11/10/2016 13:27 BST | Updated 11/10/2017 06:12 BST

Supporting Women: Can The World Of Politics Learn From The World Of Science

With the Donald Trump revelations this week, the pertinent issue of sexual harassment becomes ever more prominent.

Will the Republican Party be forever tainted by its association with Trump and his unacceptable attitudes towards women? Will he fall from his throne for making these outrageous remarks or will he flourish despite his apparent utter lack of respect for the female sex?

I'm not sure what is more frustrating - that men in high places can actually think like this, or that someone with such a blinkered vision of the world has been able to come within a whisker of becoming the most powerful leader on the planet. Men in the world's spotlight like Trump should be the ones championing women, not denigrating them.

Despite a growing number of female political leaders across the globe, women are still in a minority when it comes to positions of power in world politics. As is the case in science, IT and academia, which has plenty of its own poor examples of sexism and lack of respect for merit. Although a number of high-profile positions in the world of politics are currently held by women, on average the top of the food chain is dominated by men, as is still the case in the world of science which is itself not immune to the Trump vision of women.

A recent notable Twitter spat between a popular science feed and Neil deGrasse Tyson demonstrates a "locker room" mentality and attitude towards women in science, technology, engineering and maths (STEM) that still exists.


" ...women in STEM are mocked and abused. Sexual harassment is rife in astronomy and grad programs..."

This Twitter thread offers a commendable example of a high profile male supporting and advocating for women in STEM. What can be done to change this - to open everyone's eyes to the full potential of women?

Just as in politics, attitudes need to change, but what is the best way of doing that? And is it even possible?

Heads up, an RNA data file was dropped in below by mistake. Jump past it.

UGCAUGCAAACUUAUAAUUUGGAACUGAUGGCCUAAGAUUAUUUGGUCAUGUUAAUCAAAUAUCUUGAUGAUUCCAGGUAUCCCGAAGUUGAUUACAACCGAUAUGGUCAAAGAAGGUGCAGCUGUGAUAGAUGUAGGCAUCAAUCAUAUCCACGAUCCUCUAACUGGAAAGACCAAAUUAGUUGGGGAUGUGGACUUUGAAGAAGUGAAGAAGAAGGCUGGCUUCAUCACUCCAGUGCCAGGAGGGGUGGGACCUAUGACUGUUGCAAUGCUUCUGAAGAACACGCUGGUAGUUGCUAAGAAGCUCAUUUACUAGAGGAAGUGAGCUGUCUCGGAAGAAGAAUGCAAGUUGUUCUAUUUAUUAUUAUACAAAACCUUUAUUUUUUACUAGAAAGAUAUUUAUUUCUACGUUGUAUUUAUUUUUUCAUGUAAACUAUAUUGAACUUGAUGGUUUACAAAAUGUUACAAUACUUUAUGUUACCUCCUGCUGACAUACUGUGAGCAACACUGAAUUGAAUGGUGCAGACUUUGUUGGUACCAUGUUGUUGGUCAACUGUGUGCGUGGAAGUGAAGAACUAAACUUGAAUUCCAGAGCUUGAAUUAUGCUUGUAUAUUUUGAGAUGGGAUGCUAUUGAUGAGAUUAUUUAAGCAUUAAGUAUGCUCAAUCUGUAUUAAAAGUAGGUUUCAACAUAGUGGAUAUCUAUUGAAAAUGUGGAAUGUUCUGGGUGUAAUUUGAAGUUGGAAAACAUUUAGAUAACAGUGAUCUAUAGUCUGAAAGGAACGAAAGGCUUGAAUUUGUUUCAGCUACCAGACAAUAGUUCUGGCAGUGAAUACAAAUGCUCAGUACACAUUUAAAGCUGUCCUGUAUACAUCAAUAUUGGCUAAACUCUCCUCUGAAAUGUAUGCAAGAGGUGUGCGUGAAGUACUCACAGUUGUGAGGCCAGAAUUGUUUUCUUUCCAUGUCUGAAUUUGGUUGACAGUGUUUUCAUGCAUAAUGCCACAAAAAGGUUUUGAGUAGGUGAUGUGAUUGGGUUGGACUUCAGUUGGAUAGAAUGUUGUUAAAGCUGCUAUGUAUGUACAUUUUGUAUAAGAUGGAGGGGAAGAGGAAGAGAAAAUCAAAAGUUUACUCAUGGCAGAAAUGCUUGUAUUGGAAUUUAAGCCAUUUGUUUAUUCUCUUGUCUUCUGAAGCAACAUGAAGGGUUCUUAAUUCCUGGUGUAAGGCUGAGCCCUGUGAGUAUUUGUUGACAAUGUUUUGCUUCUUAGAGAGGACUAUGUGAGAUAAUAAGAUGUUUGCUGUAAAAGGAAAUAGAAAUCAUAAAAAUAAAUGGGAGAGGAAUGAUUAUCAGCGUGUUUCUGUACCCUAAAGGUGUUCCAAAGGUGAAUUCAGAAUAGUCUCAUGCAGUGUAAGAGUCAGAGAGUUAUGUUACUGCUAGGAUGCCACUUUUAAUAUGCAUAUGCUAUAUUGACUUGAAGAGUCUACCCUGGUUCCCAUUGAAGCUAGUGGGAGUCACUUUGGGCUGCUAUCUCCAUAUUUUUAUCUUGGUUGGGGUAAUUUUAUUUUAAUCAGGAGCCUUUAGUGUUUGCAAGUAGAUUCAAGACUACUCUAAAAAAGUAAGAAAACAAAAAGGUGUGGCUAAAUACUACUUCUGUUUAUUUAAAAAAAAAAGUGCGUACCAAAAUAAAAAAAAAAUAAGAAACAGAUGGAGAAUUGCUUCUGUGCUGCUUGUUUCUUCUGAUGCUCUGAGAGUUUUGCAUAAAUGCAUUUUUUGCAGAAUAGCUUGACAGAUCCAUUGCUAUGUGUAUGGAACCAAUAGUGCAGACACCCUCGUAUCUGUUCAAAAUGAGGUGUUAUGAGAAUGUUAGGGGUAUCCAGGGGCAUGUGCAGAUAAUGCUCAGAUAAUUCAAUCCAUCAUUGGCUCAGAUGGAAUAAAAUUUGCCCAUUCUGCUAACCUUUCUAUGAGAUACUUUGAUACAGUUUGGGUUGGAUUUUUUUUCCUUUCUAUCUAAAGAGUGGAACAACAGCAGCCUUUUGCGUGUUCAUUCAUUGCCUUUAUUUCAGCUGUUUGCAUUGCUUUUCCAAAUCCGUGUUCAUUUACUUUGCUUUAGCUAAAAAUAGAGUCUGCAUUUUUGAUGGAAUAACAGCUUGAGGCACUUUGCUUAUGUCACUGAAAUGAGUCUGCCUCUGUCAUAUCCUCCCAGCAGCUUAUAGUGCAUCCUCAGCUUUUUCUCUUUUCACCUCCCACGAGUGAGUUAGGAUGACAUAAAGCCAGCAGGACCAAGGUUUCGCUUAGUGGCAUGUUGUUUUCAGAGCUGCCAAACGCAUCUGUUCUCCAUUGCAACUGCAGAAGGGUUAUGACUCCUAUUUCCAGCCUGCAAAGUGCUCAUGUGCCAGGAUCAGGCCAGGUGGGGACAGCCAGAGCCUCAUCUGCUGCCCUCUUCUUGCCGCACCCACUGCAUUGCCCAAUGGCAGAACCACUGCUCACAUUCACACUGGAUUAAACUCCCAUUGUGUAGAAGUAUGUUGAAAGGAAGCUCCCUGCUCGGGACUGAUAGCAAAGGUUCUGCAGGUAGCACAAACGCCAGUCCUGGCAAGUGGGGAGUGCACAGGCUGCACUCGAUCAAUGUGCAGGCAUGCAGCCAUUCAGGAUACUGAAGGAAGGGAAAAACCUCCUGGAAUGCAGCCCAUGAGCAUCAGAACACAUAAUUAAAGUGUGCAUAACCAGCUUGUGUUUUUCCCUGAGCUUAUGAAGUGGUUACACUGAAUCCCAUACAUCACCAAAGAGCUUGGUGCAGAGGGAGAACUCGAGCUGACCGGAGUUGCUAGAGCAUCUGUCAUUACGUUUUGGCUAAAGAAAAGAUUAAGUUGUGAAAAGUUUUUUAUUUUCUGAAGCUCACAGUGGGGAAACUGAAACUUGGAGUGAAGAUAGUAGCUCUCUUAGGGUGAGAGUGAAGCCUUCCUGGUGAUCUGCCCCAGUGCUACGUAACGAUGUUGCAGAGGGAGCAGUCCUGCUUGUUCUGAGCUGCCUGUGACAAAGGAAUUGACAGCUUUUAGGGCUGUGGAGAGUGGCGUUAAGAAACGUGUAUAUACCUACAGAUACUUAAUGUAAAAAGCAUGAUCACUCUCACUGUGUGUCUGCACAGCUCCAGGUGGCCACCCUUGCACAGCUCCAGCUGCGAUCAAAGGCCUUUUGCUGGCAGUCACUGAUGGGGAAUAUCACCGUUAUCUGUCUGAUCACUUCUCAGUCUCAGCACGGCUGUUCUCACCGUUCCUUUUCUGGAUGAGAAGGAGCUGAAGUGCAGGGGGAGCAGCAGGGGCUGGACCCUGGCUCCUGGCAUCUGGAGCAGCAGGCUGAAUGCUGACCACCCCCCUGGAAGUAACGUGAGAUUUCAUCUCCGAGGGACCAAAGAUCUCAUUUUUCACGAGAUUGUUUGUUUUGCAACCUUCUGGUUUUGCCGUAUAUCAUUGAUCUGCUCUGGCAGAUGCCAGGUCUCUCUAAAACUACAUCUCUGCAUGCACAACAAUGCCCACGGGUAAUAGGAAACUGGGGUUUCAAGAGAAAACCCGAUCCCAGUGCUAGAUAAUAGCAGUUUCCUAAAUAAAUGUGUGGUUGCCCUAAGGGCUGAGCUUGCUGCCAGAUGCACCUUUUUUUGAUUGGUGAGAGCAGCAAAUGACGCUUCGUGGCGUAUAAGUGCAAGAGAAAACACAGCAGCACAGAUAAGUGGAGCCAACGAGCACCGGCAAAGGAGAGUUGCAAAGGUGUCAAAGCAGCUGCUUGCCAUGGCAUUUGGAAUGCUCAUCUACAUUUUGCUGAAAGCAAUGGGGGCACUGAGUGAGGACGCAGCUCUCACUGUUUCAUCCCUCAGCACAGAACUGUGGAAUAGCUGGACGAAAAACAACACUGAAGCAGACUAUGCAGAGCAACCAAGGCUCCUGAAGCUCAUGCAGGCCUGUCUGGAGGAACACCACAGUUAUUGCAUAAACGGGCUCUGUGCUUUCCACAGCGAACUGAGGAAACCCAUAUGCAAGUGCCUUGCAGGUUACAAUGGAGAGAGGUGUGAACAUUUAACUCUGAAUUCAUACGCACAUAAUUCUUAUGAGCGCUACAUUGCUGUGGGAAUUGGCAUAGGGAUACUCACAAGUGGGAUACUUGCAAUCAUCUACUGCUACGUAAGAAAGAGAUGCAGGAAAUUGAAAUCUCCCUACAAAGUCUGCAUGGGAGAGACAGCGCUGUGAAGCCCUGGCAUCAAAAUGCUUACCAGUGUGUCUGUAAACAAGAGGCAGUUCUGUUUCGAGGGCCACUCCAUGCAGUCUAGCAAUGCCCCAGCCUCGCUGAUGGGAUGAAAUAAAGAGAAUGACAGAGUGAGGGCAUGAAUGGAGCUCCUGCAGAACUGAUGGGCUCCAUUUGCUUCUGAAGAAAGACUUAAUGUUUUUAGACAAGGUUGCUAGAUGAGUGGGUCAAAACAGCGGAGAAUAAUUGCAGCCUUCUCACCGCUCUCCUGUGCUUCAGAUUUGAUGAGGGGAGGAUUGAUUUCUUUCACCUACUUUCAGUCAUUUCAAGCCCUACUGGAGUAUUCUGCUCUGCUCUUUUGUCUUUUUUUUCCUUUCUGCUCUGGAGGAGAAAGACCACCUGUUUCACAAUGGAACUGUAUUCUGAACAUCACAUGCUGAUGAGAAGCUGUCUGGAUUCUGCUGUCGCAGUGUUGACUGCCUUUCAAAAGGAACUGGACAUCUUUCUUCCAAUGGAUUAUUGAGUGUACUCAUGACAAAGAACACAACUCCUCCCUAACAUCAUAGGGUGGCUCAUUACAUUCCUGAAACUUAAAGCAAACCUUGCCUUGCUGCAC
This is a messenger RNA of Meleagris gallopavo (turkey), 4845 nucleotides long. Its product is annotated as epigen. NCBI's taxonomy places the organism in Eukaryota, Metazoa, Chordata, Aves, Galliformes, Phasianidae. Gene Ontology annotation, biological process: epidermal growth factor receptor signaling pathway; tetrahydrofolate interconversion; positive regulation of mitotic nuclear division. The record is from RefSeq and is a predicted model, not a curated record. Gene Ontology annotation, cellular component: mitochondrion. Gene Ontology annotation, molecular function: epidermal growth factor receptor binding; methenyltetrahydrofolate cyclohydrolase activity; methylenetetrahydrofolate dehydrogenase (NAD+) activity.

On Thursday night of last week, Digital Science held an event which examined and discussed the issue of how to champion the success of women in STEM and avoid the echo chamber. What became clear as the night's conversations flowed was that in order to effect real change, there needs to be significant support from the top - from men as well as women.

What was particularly useful about this event was the additional practical advice that resulted from the discussions. Some guidelines have been crowd-sourced from the attendees including:

* Parity at the podium - support women speaking at STEM events and refuse to speak or attend all-male panels

* Parity in the media - ask women to speak about their work and research, rather than just diversity issues

* Become a mentor - ensure that women are mentored, by either other women or men, and provide opportunities for women to be mentors, to both women and men.

Can the world of politics also take heed of these suggestions?

There is no better time than on Ada Lovelace Day, an international celebration of women in STEM, to bring these issues to the forefront. The comments that Trump has made may be reflective of a small slice of society which thinks it is acceptable to objectify and disrespect women, but, the world of politics must be as proactive as the world of science in eradicating these ignorant and intolerable attitudes.